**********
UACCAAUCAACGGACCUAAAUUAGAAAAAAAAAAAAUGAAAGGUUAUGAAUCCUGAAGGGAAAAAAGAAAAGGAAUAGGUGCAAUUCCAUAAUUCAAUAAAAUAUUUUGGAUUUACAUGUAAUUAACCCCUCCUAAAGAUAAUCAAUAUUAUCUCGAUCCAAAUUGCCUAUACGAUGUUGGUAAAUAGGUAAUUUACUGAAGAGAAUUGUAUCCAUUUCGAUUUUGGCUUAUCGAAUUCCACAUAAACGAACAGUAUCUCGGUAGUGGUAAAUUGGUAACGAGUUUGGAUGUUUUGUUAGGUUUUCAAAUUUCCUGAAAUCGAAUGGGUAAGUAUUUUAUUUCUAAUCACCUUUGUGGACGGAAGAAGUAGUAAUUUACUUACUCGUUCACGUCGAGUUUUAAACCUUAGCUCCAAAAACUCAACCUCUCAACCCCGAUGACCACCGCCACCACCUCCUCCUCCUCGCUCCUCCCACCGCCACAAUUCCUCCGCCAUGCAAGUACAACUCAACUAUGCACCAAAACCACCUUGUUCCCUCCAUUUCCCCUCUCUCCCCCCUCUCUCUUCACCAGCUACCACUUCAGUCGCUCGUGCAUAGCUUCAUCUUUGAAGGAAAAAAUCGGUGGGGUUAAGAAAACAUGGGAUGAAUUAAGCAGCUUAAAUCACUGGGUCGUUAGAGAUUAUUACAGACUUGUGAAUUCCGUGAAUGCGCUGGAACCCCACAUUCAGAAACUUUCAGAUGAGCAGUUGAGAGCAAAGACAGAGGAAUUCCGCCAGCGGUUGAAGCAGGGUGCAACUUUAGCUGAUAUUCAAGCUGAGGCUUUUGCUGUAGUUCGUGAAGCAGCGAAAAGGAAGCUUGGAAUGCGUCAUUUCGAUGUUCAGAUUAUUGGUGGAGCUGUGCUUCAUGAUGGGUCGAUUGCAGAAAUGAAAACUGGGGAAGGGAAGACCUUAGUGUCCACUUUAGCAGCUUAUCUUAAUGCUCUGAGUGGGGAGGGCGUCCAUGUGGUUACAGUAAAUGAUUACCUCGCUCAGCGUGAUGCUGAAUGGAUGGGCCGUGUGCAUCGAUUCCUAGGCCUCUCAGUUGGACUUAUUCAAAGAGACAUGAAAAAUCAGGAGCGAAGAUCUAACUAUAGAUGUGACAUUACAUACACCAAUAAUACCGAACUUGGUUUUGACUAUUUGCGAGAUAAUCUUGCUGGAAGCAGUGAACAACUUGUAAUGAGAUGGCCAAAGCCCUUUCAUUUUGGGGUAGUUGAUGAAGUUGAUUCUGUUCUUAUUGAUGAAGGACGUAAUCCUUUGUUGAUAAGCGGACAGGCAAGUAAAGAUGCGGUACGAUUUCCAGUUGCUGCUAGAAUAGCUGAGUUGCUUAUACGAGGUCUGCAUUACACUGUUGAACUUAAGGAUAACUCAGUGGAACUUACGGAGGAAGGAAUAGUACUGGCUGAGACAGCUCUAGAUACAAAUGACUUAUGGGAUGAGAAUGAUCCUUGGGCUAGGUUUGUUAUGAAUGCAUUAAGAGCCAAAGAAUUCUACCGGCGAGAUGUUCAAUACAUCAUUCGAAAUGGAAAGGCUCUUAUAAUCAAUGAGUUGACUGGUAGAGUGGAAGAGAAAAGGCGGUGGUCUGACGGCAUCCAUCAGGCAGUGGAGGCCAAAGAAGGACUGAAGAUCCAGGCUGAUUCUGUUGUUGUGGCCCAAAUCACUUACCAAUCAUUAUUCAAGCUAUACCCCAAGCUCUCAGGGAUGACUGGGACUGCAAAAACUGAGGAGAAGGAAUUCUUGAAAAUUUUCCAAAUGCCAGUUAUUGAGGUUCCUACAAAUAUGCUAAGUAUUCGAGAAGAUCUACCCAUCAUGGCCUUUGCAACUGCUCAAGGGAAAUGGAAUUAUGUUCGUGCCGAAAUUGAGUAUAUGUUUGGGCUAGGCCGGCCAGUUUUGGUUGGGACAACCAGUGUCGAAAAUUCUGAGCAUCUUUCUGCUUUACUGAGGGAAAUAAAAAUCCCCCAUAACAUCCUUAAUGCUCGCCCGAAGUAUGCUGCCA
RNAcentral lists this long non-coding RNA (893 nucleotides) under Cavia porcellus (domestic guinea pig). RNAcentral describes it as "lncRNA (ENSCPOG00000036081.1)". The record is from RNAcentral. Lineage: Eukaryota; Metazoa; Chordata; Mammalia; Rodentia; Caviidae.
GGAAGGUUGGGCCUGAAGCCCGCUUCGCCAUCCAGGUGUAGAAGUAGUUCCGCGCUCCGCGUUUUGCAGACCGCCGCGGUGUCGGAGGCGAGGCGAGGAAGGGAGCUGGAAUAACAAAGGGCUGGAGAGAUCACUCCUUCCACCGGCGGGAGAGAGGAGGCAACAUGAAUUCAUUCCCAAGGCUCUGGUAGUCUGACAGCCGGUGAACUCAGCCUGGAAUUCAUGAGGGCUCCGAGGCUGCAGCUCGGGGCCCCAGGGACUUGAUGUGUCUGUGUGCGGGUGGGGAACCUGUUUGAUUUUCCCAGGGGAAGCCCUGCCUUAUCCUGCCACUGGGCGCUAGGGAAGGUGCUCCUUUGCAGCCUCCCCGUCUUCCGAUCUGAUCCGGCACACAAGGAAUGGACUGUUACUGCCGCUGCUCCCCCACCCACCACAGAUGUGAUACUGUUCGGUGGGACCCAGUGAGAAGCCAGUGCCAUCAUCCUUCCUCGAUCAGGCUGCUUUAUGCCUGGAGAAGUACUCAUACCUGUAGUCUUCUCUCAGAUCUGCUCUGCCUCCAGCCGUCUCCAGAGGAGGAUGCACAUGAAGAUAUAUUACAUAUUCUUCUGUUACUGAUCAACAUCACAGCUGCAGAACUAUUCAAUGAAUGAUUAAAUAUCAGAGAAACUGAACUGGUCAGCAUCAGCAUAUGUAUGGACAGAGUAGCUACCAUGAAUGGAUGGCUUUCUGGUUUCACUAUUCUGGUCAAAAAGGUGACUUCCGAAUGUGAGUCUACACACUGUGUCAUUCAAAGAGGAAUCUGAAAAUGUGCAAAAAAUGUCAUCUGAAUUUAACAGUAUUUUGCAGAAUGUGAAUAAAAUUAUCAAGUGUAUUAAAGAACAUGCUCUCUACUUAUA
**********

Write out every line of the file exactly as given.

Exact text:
UACCAAUCAACGGACCUAAAUUAGAAAAAAAAAAAAUGAAAGGUUAUGAAUCCUGAAGGGAAAAAAGAAAAGGAAUAGGUGCAAUUCCAUAAUUCAAUAAAAUAUUUUGGAUUUACAUGUAAUUAACCCCUCCUAAAGAUAAUCAAUAUUAUCUCGAUCCAAAUUGCCUAUACGAUGUUGGUAAAUAGGUAAUUUACUGAAGAGAAUUGUAUCCAUUUCGAUUUUGGCUUAUCGAAUUCCACAUAAACGAACAGUAUCUCGGUAGUGGUAAAUUGGUAACGAGUUUGGAUGUUUUGUUAGGUUUUCAAAUUUCCUGAAAUCGAAUGGGUAAGUAUUUUAUUUCUAAUCACCUUUGUGGACGGAAGAAGUAGUAAUUUACUUACUCGUUCACGUCGAGUUUUAAACCUUAGCUCCAAAAACUCAACCUCUCAACCCCGAUGACCACCGCCACCACCUCCUCCUCCUCGCUCCUCCCACCGCCACAAUUCCUCCGCCAUGCAAGUACAACUCAACUAUGCACCAAAACCACCUUGUUCCCUCCAUUUCCCCUCUCUCCCCCCUCUCUCUUCACCAGCUACCACUUCAGUCGCUCGUGCAUAGCUUCAUCUUUGAAGGAAAAAAUCGGUGGGGUUAAGAAAACAUGGGAUGAAUUAAGCAGCUUAAAUCACUGGGUCGUUAGAGAUUAUUACAGACUUGUGAAUUCCGUGAAUGCGCUGGAACCCCACAUUCAGAAACUUUCAGAUGAGCAGUUGAGAGCAAAGACAGAGGAAUUCCGCCAGCGGUUGAAGCAGGGUGCAACUUUAGCUGAUAUUCAAGCUGAGGCUUUUGCUGUAGUUCGUGAAGCAGCGAAAAGGAAGCUUGGAAUGCGUCAUUUCGAUGUUCAGAUUAUUGGUGGAGCUGUGCUUCAUGAUGGGUCGAUUGCAGAAAUGAAAACUGGGGAAGGGAAGACCUUAGUGUCCACUUUAGCAGCUUAUCUUAAUGCUCUGAGUGGGGAGGGCGUCCAUGUGGUUACAGUAAAUGAUUACCUCGCUCAGCGUGAUGCUGAAUGGAUGGGCCGUGUGCAUCGAUUCCUAGGCCUCUCAGUUGGACUUAUUCAAAGAGACAUGAAAAAUCAGGAGCGAAGAUCUAACUAUAGAUGUGACAUUACAUACACCAAUAAUACCGAACUUGGUUUUGACUAUUUGCGAGAUAAUCUUGCUGGAAGCAGUGAACAACUUGUAAUGAGAUGGCCAAAGCCCUUUCAUUUUGGGGUAGUUGAUGAAGUUGAUUCUGUUCUUAUUGAUGAAGGACGUAAUCCUUUGUUGAUAAGCGGACAGGCAAGUAAAGAUGCGGUACGAUUUCCAGUUGCUGCUAGAAUAGCUGAGUUGCUUAUACGAGGUCUGCAUUACACUGUUGAACUUAAGGAUAACUCAGUGGAACUUACGGAGGAAGGAAUAGUACUGGCUGAGACAGCUCUAGAUACAAAUGACUUAUGGGAUGAGAAUGAUCCUUGGGCUAGGUUUGUUAUGAAUGCAUUAAGAGCCAAAGAAUUCUACCGGCGAGAUGUUCAAUACAUCAUUCGAAAUGGAAAGGCUCUUAUAAUCAAUGAGUUGACUGGUAGAGUGGAAGAGAAAAGGCGGUGGUCUGACGGCAUCCAUCAGGCAGUGGAGGCCAAAGAAGGACUGAAGAUCCAGGCUGAUUCUGUUGUUGUGGCCCAAAUCACUUACCAAUCAUUAUUCAAGCUAUACCCCAAGCUCUCAGGGAUGACUGGGACUGCAAAAACUGAGGAGAAGGAAUUCUUGAAAAUUUUCCAAAUGCCAGUUAUUGAGGUUCCUACAAAUAUGCUAAGUAUUCGAGAAGAUCUACCCAUCAUGGCCUUUGCAACUGCUCAAGGGAAAUGGAAUUAUGUUCGUGCCGAAAUUGAGUAUAUGUUUGGGCUAGGCCGGCCAGUUUUGGUUGGGACAACCAGUGUCGAAAAUUCUGAGCAUCUUUCUGCUUUACUGAGGGAAAUAAAAAUCCCCCAUAACAUCCUUAAUGCUCGCCCGAAGUAUGCUGCCA
RNAcentral lists this long non-coding RNA (893 nucleotides) under Cavia porcellus (domestic guinea pig). RNAcentral describes it as "lncRNA (ENSCPOG00000036081.1)". The record is from RNAcentral. Lineage: Eukaryota; Metazoa; Chordata; Mammalia; Rodentia; Caviidae.
GGAAGGUUGGGCCUGAAGCCCGCUUCGCCAUCCAGGUGUAGAAGUAGUUCCGCGCUCCGCGUUUUGCAGACCGCCGCGGUGUCGGAGGCGAGGCGAGGAAGGGAGCUGGAAUAACAAAGGGCUGGAGAGAUCACUCCUUCCACCGGCGGGAGAGAGGAGGCAACAUGAAUUCAUUCCCAAGGCUCUGGUAGUCUGACAGCCGGUGAACUCAGCCUGGAAUUCAUGAGGGCUCCGAGGCUGCAGCUCGGGGCCCCAGGGACUUGAUGUGUCUGUGUGCGGGUGGGGAACCUGUUUGAUUUUCCCAGGGGAAGCCCUGCCUUAUCCUGCCACUGGGCGCUAGGGAAGGUGCUCCUUUGCAGCCUCCCCGUCUUCCGAUCUGAUCCGGCACACAAGGAAUGGACUGUUACUGCCGCUGCUCCCCCACCCACCACAGAUGUGAUACUGUUCGGUGGGACCCAGUGAGAAGCCAGUGCCAUCAUCCUUCCUCGAUCAGGCUGCUUUAUGCCUGGAGAAGUACUCAUACCUGUAGUCUUCUCUCAGAUCUGCUCUGCCUCCAGCCGUCUCCAGAGGAGGAUGCACAUGAAGAUAUAUUACAUAUUCUUCUGUUACUGAUCAACAUCACAGCUGCAGAACUAUUCAAUGAAUGAUUAAAUAUCAGAGAAACUGAACUGGUCAGCAUCAGCAUAUGUAUGGACAGAGUAGCUACCAUGAAUGGAUGGCUUUCUGGUUUCACUAUUCUGGUCAAAAAGGUGACUUCCGAAUGUGAGUCUACACACUGUGUCAUUCAAAGAGGAAUCUGAAAAUGUGCAAAAAAUGUCAUCUGAAUUUAACAGUAUUUUGCAGAAUGUGAAUAAAAUUAUCAAGUGUAUUAAAGAACAUGCUCUCUACUUAUA